Effects of Early Childhood Attachment on a Marriage Part I
Children who have not developed a secure attachment to their caregiver/parent are put at a great disadvantage for adulthood. These children are unable to develop coping and social skills and may never be able to properly attach to a partner. Couple’s who struggle with attachment have higher divorce rates, fear abandonment, and are unsatisfied by their relationship(s). These couples need counseling to examine their current relationship and attachment needs.
Early Childhood Attachment
Adult relationships are a reflection of the secure or in secure attachments made as a child. A child’s insecure attachment leads to affect dysregulation which causes social behavioral problems or an inability to successfully relate to another. Attachment theory states that childhood insecurity or attachment difficulties lead to future intimate relationship problems. Insecure child attachment with a caregiver or guardian causes long term affects on an adult’s ability to securely attach to a partner and have stable or satisfying relationship.
Secure attachment starts at birth and impacts how the child will develop and socialize with others outside of those first attachment relationships. Secure attachment relationships create the sense of belonging, healthy dependency, security and stability that allows the individual to be independent. How the caregiver interacts with the child, meets the child’s needs and recognizes the child’s emotional gestures, as well as the consistency of interaction has a long term impact on how the child develops socially, how they are able to relate to others as well as how stable their future relationships will be. Insecure attachments lead to stress, anxiety, and inability to cope with danger or stress. Insecure individuals are unable to have a happy, secure and or stable attachment to a significant other.
Adult Attachment Styles
Secure/secure attachment couples are the most successful. The partners are flexible, able to communicate new patterns, balance between being dependent /independent, and cope with stressful and dangerous situations without too much additional anxiety or conflict. Most importantly the partners are able to express their needs knowing that their partner will be able to support them.
Partners within an insecure couple attachment lack flexibility (relationship is very rigid) and there is no sense of mutuality and consistency. The insecure partner is self absorbed. These partners cannot negotiate in their relationship and are unable to handle change. In times of change, stress or danger these partners will become highly conflicted. They are unable to cope outside of their rigid roles and they cannot meet the needs of their partner.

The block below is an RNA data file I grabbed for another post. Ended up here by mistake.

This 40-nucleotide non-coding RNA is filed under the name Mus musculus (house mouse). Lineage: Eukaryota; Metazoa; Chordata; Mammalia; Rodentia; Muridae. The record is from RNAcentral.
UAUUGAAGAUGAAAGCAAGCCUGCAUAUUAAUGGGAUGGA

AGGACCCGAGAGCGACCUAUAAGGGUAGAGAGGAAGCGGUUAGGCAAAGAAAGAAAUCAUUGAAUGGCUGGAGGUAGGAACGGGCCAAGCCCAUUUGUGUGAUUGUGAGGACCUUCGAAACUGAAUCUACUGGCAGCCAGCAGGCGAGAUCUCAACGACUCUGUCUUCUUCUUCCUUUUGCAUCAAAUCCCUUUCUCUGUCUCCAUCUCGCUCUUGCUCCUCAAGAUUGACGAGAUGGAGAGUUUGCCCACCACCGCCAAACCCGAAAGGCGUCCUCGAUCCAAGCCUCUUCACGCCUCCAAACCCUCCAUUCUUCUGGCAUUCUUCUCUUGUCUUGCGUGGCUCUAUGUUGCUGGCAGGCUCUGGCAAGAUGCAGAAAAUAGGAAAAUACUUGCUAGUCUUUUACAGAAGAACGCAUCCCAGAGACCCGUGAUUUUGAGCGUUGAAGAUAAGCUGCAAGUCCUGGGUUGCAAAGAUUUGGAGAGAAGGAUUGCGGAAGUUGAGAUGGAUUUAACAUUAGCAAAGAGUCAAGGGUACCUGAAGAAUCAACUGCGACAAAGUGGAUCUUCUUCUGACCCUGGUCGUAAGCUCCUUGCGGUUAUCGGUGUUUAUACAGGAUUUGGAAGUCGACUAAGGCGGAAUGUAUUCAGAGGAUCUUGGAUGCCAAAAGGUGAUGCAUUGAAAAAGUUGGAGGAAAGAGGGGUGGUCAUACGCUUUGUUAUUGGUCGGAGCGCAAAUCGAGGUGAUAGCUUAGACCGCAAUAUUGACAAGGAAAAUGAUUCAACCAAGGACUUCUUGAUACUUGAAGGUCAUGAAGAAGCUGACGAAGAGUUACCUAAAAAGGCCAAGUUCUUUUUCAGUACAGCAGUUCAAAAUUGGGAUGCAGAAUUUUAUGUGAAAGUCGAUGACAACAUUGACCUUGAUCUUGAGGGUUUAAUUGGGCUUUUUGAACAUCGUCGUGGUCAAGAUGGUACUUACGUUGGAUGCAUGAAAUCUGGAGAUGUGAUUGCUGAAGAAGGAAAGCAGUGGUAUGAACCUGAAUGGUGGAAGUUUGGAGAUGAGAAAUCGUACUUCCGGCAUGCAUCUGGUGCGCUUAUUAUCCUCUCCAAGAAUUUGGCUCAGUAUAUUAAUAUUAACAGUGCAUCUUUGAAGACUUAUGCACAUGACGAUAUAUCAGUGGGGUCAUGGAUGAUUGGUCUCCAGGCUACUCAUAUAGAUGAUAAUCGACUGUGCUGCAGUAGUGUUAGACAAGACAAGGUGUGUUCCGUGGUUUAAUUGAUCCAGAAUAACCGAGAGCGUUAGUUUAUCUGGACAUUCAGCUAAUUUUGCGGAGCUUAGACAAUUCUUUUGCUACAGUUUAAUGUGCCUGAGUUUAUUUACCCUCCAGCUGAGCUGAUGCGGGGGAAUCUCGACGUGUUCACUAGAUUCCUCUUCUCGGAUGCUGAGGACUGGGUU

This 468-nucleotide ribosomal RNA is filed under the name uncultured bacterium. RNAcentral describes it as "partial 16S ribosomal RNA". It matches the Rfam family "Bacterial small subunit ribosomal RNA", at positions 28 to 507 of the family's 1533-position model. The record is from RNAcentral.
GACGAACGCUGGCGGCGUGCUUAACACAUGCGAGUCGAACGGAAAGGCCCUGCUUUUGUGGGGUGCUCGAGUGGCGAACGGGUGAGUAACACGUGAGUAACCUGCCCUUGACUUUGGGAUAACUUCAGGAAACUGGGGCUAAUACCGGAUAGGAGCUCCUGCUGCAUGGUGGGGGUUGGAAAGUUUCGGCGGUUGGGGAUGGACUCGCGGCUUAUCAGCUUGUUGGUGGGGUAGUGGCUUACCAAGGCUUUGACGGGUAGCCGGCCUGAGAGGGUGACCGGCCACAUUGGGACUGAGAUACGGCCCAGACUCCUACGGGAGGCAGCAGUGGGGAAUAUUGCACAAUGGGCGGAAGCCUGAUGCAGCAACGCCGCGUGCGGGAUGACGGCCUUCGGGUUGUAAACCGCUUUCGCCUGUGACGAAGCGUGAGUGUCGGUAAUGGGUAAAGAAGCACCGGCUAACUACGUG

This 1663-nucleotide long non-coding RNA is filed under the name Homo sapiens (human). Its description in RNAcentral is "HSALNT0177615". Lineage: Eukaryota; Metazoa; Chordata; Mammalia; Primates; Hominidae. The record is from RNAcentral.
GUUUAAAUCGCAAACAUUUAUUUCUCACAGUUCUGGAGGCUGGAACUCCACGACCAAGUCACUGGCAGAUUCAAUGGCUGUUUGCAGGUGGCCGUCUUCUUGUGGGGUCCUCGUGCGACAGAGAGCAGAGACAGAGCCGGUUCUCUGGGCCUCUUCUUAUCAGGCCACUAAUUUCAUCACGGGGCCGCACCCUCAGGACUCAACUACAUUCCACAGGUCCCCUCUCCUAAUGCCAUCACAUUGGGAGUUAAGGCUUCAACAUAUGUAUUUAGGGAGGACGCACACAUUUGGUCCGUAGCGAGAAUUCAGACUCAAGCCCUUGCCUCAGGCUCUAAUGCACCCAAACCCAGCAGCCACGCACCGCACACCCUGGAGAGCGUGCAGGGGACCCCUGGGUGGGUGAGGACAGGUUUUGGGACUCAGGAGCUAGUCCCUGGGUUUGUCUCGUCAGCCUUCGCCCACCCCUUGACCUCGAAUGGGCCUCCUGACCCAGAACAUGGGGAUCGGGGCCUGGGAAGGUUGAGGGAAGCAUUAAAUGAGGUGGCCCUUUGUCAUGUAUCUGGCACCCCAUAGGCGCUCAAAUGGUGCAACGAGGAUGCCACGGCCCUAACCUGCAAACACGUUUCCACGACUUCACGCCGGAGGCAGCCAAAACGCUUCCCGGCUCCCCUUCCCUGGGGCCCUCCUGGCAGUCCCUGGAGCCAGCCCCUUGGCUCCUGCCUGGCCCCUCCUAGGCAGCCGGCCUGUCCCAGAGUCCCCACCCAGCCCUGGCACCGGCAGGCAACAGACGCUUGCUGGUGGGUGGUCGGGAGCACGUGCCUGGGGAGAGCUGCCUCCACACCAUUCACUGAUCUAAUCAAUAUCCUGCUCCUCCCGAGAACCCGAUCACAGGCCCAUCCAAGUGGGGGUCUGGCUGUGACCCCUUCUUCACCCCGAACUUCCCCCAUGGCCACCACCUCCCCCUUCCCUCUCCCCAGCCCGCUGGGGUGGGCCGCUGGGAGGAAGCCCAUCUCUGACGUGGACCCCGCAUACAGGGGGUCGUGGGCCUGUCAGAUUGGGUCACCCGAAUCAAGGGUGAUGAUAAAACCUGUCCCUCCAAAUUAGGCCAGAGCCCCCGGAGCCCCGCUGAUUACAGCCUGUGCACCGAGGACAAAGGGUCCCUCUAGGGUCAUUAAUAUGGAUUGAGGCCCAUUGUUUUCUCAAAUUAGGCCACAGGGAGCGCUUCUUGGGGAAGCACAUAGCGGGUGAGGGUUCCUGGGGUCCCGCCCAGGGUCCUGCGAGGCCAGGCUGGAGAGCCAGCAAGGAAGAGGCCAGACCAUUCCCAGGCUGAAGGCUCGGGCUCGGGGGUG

Dismissing couples give their partners a false sense of independence and self sufficiency, as they never developed self sufficiency or independence. These individuals are extremely needy and dependent. Conflicts are avoided at all costs in this couple. They are the couple that is most commonly seen in therapy.
As a child, partners who are preoccupied had their needs met but there was no consistency or stability in the time or way in which the needs were met. As a child these individuals were needy, often used by their parents to regulate stress levels, were often rejected or ignored. As an adult partner these individuals continually feel deprived and are never satisfied with their partner’s attempts to comfort them.
Dismissing/preoccupied couples are the most common couple seen in therapy. The dismissing partner has a false sense of self-sufficiency and hates the idea of dependency even though they are. The preoccupied partner is searching for the comfort and support and is never satisfied by what their partner gives.
Insecure/insecure couples have very high divorce rates due to high levels of conflict and anxiety. Insecure partners are so rigid and unable to cope with change when distressing events or change occurs they are left paralyzed and feeling vulnerable and anxious.
Lastly the secure/insecure couple is a hard relationship as each partner lies on different ends of the attachment spectrum. As challenging as it may be the secure partner is often able to balance the couple to create a form of homeostasis (balance). The insecure partner is rigid and inflexible but the secure partner is able to be flexible and move with the will or needs of the insecure partner.